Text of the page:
It was just about three years ago that I listened to a digital guru (dressed in all black, of course) predict that public relations would be dead by now. He went on to state that, unless PR professionals immediately transformed themselves into digital gurus, they would either end up as Wal-Mart greeters or baristas at Starbucks.
Well, a funny thing happened on the way to the cemetery. PR didn’t die. In fact, it not only survived, PR thrived. Today many industry pundits and gurus see public relations as THE dominant marketing discipline.
The reason is something so obvious that it’s eluded countless, nattering nabobs of negativity such as the guru mentioned above. The most sophisticated programs, dashboards and automation are useless if they exclude the need for basic human interaction and, critically, great storytelling.
Two recent articles in the marketing and PR trade press illustrate the point.
Marketing Dive reported that Keith Weed, the long-time chief marketing officer of Unilever is retiring AND the corporation may retire the CMO title along with the high profile executive.
I’ll let you peruse the entire article, but here are some key takeaways:
- “Recent history shows the move away from the CMO role is not beyond the pale, even for organizations that have built a reputation around the quality of their brands and advertising. Coca-Cola got rid of its CMO title in 2017.”
- “The CMO role for many organizations does not necessarily go away, but rather, gets reshaped, with the ‘M’ sometimes losing relevance based on industry trends.”
- “Unilever’s…course of action will almost certainly reverberate across the industry and light a fire for many marketers looking to preserve the relevance of their job.”
In other words, paid content alone, driven by digital and data, isn’t making the cash register ring fast enough. And CMO’s (and their function) are being replaced faster than White House appointees.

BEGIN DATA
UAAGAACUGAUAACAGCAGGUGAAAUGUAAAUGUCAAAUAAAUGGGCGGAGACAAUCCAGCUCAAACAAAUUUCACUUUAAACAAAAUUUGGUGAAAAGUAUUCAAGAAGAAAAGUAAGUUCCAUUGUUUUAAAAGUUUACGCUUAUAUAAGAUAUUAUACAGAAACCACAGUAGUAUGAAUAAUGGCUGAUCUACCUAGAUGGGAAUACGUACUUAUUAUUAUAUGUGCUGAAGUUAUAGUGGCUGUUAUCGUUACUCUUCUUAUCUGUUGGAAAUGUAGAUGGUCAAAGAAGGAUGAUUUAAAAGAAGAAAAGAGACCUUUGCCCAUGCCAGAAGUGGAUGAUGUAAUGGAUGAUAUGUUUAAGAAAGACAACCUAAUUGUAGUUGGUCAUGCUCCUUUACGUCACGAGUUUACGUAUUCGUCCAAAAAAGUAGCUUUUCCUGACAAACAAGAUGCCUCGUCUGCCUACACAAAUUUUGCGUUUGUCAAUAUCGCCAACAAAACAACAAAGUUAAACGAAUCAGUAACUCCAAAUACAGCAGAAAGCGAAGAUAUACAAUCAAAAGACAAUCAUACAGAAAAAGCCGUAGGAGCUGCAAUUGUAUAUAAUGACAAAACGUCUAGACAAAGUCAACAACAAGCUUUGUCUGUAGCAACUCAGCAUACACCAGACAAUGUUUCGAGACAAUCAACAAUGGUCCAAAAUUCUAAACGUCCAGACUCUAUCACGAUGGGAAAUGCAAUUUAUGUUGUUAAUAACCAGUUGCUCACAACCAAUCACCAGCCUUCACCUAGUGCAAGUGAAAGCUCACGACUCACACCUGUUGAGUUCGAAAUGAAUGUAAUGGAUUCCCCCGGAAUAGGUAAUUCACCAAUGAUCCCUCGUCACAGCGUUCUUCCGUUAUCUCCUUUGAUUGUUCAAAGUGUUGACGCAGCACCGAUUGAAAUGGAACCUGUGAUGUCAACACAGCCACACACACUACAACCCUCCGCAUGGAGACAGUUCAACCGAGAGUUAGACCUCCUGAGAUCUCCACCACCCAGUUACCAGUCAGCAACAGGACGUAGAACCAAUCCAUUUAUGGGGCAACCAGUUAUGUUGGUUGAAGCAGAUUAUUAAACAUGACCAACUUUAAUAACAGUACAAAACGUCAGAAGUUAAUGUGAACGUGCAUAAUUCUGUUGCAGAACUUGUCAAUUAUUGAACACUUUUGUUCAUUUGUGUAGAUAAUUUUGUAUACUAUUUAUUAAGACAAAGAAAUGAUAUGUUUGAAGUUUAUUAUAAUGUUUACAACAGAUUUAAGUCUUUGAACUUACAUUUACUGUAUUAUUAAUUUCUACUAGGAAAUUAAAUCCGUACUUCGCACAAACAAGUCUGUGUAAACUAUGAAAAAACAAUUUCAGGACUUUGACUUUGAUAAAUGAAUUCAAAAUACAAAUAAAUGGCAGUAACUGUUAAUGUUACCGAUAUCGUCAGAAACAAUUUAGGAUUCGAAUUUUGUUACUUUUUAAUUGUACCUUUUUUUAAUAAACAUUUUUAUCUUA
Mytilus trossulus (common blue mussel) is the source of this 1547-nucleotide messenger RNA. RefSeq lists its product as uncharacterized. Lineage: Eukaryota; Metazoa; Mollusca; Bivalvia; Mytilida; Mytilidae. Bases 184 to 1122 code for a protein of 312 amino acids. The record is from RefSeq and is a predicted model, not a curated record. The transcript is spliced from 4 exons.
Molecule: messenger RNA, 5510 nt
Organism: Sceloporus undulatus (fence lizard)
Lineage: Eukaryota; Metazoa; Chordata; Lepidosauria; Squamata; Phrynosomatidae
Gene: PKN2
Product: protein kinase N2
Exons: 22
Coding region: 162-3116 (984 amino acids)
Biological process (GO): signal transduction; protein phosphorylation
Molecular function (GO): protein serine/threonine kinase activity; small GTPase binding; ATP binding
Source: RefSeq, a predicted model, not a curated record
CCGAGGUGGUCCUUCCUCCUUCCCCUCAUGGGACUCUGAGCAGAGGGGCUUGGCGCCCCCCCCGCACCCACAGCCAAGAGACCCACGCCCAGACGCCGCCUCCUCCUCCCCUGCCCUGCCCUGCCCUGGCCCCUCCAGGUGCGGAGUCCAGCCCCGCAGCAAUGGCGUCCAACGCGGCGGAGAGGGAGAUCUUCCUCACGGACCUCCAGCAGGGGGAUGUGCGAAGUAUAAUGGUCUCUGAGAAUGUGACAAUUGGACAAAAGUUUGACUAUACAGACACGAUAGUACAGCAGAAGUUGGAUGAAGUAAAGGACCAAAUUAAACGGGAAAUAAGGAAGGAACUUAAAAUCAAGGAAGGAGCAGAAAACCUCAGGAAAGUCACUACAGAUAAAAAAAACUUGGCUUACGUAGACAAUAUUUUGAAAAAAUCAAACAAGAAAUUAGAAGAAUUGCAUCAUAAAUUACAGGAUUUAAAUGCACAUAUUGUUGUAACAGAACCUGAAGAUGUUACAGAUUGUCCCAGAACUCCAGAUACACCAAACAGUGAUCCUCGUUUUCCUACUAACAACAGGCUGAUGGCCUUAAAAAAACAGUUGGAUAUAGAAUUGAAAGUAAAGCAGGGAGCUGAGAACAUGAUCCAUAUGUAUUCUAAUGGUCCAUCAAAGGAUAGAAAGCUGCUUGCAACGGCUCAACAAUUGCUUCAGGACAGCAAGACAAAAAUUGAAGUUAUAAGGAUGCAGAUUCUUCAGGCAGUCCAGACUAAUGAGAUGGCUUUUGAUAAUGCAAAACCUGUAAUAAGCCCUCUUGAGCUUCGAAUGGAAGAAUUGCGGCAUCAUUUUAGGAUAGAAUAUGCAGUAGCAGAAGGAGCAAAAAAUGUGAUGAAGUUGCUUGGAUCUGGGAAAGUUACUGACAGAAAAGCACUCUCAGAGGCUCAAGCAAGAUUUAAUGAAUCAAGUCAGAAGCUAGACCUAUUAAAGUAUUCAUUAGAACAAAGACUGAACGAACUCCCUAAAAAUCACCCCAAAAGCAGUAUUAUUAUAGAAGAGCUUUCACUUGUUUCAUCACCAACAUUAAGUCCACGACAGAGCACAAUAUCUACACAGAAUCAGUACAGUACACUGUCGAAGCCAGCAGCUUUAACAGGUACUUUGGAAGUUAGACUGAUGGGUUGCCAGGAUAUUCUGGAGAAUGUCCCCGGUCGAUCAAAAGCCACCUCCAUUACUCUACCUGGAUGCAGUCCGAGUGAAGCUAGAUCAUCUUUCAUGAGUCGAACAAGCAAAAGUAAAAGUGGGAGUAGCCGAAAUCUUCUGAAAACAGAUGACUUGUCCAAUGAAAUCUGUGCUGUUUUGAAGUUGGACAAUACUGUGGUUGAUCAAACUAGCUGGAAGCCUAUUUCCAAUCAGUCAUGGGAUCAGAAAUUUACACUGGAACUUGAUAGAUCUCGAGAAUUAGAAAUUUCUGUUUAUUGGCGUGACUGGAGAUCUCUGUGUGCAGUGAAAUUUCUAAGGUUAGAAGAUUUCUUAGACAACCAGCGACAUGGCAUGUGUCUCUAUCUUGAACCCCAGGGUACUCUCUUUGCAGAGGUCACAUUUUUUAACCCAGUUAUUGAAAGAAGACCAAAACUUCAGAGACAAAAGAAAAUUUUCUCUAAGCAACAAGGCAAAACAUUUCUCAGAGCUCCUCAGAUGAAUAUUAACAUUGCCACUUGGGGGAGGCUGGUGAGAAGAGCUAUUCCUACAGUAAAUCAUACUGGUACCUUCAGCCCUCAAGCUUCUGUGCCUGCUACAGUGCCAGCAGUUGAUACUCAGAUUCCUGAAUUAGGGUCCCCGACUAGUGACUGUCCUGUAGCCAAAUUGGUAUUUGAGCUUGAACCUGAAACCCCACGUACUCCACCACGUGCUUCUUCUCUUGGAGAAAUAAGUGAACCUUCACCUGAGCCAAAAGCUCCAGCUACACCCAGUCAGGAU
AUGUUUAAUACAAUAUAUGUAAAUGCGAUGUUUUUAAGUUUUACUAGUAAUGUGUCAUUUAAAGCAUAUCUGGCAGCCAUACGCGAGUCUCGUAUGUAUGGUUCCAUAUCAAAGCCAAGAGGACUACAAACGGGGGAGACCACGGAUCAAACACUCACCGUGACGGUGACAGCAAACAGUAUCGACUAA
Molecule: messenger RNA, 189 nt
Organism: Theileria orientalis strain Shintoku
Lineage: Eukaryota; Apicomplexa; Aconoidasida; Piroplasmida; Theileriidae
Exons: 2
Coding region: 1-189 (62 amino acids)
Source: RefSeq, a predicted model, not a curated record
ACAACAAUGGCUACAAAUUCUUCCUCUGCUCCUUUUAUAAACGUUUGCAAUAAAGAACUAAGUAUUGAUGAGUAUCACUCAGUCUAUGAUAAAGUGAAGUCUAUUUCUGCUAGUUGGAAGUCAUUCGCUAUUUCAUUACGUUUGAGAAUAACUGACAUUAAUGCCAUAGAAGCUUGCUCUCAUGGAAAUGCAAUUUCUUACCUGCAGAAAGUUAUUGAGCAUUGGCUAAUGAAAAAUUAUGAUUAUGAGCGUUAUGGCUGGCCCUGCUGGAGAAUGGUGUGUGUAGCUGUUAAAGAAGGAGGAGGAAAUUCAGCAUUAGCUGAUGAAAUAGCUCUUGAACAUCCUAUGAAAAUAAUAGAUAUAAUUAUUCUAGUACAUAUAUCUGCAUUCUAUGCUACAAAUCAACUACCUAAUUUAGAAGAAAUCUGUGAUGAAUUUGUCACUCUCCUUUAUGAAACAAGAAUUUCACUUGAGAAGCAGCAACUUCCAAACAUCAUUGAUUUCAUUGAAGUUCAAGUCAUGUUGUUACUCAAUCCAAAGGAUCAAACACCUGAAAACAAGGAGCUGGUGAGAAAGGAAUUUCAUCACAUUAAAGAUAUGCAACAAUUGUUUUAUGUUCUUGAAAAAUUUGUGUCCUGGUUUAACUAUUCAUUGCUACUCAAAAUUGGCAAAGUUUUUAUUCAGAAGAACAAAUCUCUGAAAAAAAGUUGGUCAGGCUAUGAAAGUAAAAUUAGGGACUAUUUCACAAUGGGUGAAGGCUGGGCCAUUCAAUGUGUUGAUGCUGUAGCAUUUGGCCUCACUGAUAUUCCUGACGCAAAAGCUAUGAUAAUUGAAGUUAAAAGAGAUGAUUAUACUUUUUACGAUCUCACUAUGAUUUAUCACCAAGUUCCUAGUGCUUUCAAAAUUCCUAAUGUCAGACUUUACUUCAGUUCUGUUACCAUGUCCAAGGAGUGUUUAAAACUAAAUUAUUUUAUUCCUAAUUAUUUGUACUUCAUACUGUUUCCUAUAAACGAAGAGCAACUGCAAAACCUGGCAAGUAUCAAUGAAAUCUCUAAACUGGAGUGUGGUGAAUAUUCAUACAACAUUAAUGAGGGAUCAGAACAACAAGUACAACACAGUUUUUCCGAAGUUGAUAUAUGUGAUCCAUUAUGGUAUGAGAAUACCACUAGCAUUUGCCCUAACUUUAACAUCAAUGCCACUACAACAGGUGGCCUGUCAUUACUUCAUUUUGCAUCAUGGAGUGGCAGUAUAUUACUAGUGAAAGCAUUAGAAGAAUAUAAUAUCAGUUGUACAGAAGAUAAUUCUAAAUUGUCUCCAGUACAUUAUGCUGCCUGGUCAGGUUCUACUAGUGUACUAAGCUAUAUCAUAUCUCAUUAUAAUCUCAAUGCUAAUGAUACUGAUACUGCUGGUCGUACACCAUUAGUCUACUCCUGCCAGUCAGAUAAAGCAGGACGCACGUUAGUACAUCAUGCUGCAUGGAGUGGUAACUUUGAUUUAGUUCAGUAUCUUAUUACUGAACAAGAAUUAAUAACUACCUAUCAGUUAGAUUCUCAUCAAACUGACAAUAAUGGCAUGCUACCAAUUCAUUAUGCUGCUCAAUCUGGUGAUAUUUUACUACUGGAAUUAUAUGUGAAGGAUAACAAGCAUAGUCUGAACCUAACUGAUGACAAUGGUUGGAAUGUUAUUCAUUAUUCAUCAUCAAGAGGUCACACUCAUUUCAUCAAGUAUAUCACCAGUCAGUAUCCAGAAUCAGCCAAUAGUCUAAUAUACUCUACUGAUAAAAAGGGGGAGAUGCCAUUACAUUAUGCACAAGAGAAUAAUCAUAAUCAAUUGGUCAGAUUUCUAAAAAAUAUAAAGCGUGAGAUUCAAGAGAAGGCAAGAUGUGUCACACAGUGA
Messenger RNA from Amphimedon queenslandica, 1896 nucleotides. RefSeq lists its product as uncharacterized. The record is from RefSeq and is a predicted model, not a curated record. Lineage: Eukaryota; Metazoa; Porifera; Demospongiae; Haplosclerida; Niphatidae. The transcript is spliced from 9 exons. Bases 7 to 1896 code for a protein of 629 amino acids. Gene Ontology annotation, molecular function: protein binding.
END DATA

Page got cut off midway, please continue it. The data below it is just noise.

Now let’s pivot to a recent PR Week piece that featured the subhead, “Earned media still reigns supreme in the complex communications industry as overall revenue continues its upward trajectory.”
Here’s a link to the entire article.
Allow me to lift a few quotes:
- “There’s no doubt earned media is at the heart of an ever increasing number of campaigns, whether they’re overseen by advertising, media, digital or PR firms.”
- “Look at the work honored each year at the Cannes Lions International Festival of Creativity…..most relied on earned media.”
- “Paid should be the support element. Ogilvy PR doesn’t exist anymore, neither does MSL. It’s (just plain) Ogilvy.. They’re (the advertising & digital services) coming to us,” said Richard Edelman.
The self-proclaimed digital prophet who extolled the limitless future of data and technology completely overlooked our basic human need to tell, and listen to, interesting, educational and exciting storytelling (read: PR).
The other problem I had with the faux prognosticator sporting black shoes, pants and shirt and warning an audience of PR professionals in 2016 that they’d soon be lucky to earn a minimum wage was his recklessness. He hurt people, made them rethink the path they’d carefully chosen and has been held unaccountable for his misdeeds.
Very well stated. That digital “guru” you mention reminds me of the Ryan Howard character in “The Office.” (My wife and I have been watching the series yet again on Netflix — it just gets better.) I added “storyteller” to my LinkedIn profile simply because “writer” doesn’t seem to carry much weight anymore. You might consider a second part of this post addressing the differences between paid “storytelling” (which we used to call “advertorial”) and the kind generated by PR (earned media). The paid media is certainly not a bad thing, but it’s easy to tell the bad from the good. The good is usually written by people with experience in journalism and PR/macom, not just one or the other. BTW, I found your post from a link posted by Diane Anton at Subaru of America, a client.